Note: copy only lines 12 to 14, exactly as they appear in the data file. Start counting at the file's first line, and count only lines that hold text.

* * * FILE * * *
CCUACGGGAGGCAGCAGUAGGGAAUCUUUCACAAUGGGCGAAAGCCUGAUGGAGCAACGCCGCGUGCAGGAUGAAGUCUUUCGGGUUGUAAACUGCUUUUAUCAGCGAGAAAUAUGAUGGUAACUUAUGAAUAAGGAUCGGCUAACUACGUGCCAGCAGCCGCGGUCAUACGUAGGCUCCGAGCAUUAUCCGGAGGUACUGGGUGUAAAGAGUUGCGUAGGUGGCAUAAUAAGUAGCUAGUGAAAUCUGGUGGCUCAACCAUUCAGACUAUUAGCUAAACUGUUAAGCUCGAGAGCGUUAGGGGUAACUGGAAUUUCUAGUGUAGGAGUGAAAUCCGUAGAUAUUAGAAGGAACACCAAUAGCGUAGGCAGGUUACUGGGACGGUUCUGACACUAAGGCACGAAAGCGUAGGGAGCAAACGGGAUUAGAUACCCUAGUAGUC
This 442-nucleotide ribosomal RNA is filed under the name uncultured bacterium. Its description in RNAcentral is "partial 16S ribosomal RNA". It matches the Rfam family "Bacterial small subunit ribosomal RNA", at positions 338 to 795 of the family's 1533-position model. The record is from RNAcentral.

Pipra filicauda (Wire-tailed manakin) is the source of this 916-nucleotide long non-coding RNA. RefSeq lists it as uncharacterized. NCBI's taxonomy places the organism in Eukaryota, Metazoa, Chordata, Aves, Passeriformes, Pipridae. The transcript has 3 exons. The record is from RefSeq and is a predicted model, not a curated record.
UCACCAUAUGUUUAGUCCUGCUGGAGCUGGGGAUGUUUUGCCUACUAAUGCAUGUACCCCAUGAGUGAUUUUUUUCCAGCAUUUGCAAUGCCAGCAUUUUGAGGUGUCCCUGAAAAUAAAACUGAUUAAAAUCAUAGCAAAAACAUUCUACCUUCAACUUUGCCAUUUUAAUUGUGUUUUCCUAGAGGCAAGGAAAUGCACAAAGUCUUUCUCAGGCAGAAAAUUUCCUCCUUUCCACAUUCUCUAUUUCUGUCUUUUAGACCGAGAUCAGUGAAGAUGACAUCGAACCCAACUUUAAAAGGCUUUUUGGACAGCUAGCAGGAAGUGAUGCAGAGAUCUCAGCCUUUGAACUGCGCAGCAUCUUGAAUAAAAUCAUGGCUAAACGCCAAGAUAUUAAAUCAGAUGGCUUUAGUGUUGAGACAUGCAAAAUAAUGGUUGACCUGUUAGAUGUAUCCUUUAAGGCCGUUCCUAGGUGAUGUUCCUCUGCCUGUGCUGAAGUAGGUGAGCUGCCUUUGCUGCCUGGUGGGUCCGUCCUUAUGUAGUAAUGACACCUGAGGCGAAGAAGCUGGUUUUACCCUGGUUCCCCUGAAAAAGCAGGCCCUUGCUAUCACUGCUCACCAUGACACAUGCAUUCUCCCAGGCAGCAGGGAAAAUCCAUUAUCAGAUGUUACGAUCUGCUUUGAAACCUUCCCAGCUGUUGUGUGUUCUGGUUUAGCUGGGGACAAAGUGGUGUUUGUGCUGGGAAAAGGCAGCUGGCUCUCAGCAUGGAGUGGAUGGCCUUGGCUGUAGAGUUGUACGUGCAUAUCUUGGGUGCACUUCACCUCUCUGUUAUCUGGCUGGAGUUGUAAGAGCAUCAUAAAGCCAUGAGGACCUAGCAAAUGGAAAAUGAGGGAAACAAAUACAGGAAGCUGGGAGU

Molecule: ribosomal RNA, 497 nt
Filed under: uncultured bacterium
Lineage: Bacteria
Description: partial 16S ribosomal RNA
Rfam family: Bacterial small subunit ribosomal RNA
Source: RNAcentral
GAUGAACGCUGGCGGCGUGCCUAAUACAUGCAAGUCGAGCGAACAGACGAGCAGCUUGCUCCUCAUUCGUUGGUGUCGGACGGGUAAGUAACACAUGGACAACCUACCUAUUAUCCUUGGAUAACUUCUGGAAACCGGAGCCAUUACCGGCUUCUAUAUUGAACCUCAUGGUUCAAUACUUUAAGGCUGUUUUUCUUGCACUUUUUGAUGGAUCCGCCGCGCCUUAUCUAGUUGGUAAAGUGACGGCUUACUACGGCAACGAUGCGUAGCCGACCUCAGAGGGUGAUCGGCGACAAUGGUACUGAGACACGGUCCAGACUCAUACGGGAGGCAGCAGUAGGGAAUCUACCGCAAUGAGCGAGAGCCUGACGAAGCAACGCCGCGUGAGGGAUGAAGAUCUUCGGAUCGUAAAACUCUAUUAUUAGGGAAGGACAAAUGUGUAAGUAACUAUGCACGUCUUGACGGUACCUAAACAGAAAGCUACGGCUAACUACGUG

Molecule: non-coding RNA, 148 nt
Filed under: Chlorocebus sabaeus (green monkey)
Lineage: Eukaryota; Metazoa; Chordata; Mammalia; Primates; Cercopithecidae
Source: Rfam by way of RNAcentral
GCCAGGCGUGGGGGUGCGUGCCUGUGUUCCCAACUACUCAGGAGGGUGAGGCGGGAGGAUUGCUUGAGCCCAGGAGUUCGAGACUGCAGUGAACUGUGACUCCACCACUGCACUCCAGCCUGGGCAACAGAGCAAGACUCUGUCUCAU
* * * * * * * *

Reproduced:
Molecule: non-coding RNA, 148 nt
Filed under: Chlorocebus sabaeus (green monkey)
Lineage: Eukaryota; Metazoa; Chordata; Mammalia; Primates; Cercopithecidae